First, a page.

"This lady called and said 'I want shoe sizes for the kids,' and I gave her a few and she said 'No, all the kids,' " said John Yablonky, executive director of Christ Child.

Such generosity takes on a special meaning in such difficult times, said Joe Bourgoin , a retiree who comes to Lema for regular haircuts. Overhearing her on the phone with a shoe store, he pulled out $20 to help. It was the first of many offerings that bought the 32 pairs of Starbury II shoes delivered to Christ Child boys 48 hours after Lema first called.

As for Lema, she dismisses her own charity as a bit of money and a few phone calls.

"You wonder what happens if everybody just did a little something," she said, laughing. "Well, now we know."

Christmas now a wonderful time for former Christ Child boy

Thursday, December 25, 2008
Free Press Staff Writer

The best Christmas presents don't come wrapped in silvery paper and bows.

In the case of Arius Hogans, his was cobbled together by circumstance and tenacity, then packaged in a two-story home in Harper Woods. It's just what he wished for -- well, except for the snow shoveling or his recent compromise with his new dad over his birthday tattoo.

"Yeah, I like it here," the 16-year-old said, the family poodle Dymond popping into his face and pulling at his clothes. "It's good to have a younger brother, too."

This will be his first Christmas as a permanent member of his adoptive family.

Permanence. It's what Arius craved during his eight years in Michigan's foster care system, time mostly spent as one of Michigan's approximate 6,000 legal orphans. They're kids who have been legally severed from their parents by the courts -- their moms and dads deemed abusive, neglectful or unfit to care for them.

Arius's mother, a state ward herself, was just 16 when she started having babies. By 1999, the state decided she could no longer care for them.

So the boy was raised by the system, growing up at Christ Child, a sort of modern-day orphanage on Detroit's west side the Free Press spent almost three years chronicling. There, 31 boys -- many of them emotionally impaired -- live together as they wait to be reunified with their families or adopted by others.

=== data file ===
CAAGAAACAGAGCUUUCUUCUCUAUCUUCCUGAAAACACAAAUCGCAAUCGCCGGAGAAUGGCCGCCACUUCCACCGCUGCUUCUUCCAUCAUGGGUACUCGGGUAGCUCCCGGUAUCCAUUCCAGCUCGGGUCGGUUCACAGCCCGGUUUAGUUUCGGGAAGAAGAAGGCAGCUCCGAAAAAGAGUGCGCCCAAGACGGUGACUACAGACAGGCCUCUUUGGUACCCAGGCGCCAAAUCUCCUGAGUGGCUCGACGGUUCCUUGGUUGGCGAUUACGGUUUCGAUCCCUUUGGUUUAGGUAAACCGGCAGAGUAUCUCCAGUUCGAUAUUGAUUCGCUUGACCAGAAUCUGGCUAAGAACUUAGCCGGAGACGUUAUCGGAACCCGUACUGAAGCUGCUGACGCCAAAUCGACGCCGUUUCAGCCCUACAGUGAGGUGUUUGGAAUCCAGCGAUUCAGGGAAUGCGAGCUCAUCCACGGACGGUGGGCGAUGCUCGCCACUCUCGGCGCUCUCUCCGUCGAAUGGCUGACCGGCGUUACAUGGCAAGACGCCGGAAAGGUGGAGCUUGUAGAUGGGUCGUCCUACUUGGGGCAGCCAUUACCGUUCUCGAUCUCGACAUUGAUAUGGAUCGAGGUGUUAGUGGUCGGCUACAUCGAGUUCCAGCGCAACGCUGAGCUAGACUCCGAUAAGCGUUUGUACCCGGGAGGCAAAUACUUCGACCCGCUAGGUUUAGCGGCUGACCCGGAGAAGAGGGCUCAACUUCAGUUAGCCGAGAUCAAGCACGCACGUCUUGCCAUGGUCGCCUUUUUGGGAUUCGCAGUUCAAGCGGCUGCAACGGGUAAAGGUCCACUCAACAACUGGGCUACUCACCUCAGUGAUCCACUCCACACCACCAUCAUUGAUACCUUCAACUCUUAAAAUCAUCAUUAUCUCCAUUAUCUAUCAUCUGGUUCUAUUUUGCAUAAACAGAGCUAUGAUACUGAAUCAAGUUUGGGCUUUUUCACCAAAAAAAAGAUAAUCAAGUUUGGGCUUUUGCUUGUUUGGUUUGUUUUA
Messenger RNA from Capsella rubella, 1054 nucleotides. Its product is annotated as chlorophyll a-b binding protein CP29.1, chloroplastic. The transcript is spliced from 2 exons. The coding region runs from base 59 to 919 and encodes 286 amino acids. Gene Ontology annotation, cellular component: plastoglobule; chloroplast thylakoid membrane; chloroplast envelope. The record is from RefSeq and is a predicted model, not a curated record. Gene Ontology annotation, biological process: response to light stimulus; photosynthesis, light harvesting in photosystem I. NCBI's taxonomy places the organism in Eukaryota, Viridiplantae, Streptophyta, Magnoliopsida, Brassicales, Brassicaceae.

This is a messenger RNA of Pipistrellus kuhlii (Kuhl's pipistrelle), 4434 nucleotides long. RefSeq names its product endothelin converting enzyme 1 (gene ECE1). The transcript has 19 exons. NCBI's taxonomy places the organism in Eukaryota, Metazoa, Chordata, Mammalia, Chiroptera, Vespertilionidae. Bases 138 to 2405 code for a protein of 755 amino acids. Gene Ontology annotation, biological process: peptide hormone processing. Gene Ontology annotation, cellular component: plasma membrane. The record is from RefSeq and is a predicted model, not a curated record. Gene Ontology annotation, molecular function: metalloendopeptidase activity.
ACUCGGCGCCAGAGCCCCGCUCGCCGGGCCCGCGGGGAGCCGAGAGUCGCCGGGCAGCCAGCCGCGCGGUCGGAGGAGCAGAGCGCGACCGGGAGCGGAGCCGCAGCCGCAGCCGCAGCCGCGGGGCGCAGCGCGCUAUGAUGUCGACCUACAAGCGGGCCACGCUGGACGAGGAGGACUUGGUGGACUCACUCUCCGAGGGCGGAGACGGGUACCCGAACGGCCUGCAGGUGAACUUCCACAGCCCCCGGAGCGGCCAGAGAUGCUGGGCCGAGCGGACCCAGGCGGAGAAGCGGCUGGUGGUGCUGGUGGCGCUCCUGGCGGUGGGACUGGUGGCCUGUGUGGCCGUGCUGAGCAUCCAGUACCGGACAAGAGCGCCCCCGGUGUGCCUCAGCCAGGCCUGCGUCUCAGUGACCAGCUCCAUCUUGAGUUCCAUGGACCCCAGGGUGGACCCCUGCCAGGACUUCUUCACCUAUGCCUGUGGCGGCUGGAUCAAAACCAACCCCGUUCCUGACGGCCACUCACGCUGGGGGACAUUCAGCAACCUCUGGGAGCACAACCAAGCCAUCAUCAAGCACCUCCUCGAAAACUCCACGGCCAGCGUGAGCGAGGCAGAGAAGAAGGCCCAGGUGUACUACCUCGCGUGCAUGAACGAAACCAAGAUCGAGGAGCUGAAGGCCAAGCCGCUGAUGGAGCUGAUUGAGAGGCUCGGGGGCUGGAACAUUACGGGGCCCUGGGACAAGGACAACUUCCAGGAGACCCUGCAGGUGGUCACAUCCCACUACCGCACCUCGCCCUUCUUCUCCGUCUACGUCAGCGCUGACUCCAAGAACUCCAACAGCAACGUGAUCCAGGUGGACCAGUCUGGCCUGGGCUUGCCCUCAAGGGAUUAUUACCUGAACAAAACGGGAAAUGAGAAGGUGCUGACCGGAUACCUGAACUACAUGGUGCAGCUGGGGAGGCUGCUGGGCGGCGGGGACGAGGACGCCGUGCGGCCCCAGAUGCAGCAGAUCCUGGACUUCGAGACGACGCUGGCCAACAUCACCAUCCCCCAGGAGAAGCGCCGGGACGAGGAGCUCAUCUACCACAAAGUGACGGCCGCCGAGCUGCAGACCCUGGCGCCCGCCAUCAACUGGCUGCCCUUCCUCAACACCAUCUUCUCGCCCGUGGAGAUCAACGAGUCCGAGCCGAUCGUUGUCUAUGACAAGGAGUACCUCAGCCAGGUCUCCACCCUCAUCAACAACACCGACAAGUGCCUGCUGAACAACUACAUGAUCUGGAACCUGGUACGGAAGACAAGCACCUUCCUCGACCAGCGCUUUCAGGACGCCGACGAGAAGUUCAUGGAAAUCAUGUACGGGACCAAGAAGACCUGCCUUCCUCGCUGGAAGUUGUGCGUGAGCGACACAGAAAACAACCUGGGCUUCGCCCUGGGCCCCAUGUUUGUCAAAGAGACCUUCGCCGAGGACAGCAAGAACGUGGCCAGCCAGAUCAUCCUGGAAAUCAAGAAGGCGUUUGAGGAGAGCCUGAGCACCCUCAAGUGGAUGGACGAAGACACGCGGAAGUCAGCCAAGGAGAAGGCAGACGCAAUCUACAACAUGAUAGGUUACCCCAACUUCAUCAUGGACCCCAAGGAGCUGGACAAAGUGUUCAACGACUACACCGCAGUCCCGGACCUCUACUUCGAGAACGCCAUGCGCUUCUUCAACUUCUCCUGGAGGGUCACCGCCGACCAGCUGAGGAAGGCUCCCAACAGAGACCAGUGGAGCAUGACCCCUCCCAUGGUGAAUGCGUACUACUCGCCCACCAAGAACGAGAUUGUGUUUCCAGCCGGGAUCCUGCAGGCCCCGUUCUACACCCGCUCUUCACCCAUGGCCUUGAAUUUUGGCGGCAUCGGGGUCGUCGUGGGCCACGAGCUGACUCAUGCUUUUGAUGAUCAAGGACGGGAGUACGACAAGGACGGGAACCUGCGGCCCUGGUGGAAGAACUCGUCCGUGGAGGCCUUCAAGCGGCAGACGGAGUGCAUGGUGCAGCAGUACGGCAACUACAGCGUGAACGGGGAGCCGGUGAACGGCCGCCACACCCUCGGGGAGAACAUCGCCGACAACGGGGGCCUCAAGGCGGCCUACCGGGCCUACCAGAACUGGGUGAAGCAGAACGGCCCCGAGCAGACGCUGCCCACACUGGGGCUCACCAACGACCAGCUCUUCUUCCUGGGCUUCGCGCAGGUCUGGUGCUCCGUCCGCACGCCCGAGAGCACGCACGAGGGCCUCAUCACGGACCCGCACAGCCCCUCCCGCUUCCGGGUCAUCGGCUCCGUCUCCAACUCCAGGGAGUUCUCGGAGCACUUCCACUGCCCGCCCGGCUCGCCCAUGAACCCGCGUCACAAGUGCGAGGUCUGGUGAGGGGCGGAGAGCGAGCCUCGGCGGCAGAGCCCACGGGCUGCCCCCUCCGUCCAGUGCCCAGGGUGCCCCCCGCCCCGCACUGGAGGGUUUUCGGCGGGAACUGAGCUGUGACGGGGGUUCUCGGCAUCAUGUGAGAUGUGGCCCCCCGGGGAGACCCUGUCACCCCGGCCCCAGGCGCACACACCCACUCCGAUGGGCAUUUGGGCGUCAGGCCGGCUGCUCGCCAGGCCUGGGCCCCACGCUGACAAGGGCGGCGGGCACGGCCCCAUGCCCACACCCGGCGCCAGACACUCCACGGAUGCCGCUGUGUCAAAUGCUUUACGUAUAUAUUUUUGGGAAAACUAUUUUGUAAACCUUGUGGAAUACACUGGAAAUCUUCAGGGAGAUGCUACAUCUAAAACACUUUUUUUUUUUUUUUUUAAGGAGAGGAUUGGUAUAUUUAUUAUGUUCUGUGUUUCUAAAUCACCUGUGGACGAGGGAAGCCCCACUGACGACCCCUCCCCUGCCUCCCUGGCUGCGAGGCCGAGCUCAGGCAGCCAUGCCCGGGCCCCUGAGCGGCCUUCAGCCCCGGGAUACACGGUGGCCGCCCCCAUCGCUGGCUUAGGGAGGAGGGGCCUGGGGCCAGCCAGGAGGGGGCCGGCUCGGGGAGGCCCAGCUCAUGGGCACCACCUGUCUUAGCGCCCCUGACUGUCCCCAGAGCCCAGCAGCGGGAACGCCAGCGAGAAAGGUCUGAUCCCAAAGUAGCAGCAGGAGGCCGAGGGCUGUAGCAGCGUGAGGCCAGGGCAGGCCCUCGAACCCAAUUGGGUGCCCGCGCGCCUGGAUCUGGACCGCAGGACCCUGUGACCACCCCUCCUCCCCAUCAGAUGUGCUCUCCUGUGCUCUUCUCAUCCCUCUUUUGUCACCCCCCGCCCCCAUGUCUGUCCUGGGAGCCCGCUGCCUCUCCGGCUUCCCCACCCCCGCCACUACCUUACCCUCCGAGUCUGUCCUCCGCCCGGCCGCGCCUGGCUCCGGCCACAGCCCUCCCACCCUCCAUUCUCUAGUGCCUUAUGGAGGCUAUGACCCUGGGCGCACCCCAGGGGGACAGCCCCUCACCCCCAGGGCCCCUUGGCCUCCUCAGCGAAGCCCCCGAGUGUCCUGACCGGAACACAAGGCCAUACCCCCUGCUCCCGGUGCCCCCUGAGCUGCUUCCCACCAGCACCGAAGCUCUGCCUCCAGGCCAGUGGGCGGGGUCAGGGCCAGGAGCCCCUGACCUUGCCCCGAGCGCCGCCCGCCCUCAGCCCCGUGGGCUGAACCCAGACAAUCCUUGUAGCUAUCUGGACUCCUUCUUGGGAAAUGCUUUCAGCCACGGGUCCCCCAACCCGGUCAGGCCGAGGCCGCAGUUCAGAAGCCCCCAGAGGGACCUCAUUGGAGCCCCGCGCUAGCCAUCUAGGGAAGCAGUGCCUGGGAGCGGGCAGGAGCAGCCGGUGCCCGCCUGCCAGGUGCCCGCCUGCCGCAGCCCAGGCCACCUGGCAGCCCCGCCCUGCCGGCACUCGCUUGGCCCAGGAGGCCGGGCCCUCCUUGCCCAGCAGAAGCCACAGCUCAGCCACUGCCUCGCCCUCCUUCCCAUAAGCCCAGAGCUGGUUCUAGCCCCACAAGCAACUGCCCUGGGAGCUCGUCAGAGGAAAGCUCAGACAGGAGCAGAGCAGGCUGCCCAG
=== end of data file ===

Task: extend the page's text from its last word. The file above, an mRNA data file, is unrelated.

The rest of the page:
Even in a place when the staff is quick to offer hugs and high-fives, it's a tough place to call home. That's especially true during the holidays, when ubiquitous images of family underscore for the boys the loss of their own.

"It's the most critical period in the year and the most emotional," said Christ Child's executive director John Yablonky. "Our kids have a difficult time."

In 2007, after at least a couple of failed adoptions, Arius was the resident who had spent the most time at Christ Child -- seven years. It appeared he would join the approximately 500 legal orphans who age out of Michigan's foster care system each year without parents. They have no one to turn to with questions that range from basic to life-changing and they face daunting odds of being homeless, addicted, or imprisoned.

Enter Jessie-Mae Secord.

A caseworker for Wendy's Wonderful Kids, her job was to sift through Arius' 4-inch thick state file, trying to glean from its court filings and scribbled notes a permanent relationship for a kid who would one day would be on his own. It didn't take long before her eyes fell on the name of Camyra Hogans, and a notation that this older sister of Arius had gone to live with her father, Toriano Spencer.

Secord's next step was neither high-tech nor miraculous. She simply opened the phone book.

Catrina Tooks, Spencer's wife, answered the phone at the couple's Harper Woods home. Stunned by Secord's call, she nonetheless had news of her own: The couple -- already with five biological and adopted children -- had found Arius on a state-wide adoption site and had been considering contacting him.

A few days later -- Camyra's 17th birthday, in fact -- the two siblings met for the first time.

What they talked about, neither can recall. "I think we were both nervous," Camyra, now 18, laughed.

Within weeks, Arius was staying with the family for weekends -- and then weeks at a time. The adoption ceremony, short and informal, occurred in May.

And the Tooks-Spencer clan swelled again.

In addition to Camyra and Arius, there's also Toriano Spencer Jr., 17, a child by his father's previous relationship; Toriano (Torrey) II, 8, a boy born to Spencer and Tooks, and Anthony Tooks, 14, another child they adopted.

The couple also are now caring for a 9-year-old foster child who may one day return to her birth mother.

It's a house that can be filled with chaos and noise -- cell phones ringing and teens bickering -- and love all at the same time.

"I remember being at my grandmother's house growing up with all my cousins and aunts and uncles and everyone, and she was cooking and everyone was talking," Spencer said. "I can't imagine how anyone can go without that."

And Arius: He sums it up simply with a grin: "Oh, I'm staying."

Contact ROBIN ERB at 313-222-2708 or

WINNER: Nonprofit

From Crain's Detroit Business
By Nancy Kaffer

camhosnerCameron Hosner
Vista Maria
Dearborn Heights

The folks at Vista Maria think big.

“Our mission has always been to serve the most disadvantaged young girls, women and children in the greater Detroit area,” said Cameron Hosner, who has served as executive director of the nonprofit since 1997. “In staying true to that historic mission, we looked at the needs of the 21st century women and children and identified some very critical issues that were emerging.”

Founded in 1883 by the Sisters of the Good Shepard, Vista Maria has been in Dearborn Heights since 1942. In 2007, the agency's revenue was $18 million.

It isn't enough, Hosner said, to treat symptoms. Many of Vista Maria's clients have experienced profound trauma from physical or sexual abuse, he said, and have post-traumatic problems similar to the type developed by combat veterans. Some clients have substance-abuse issues. Some have learning disabilities. Many come from generations of poverty.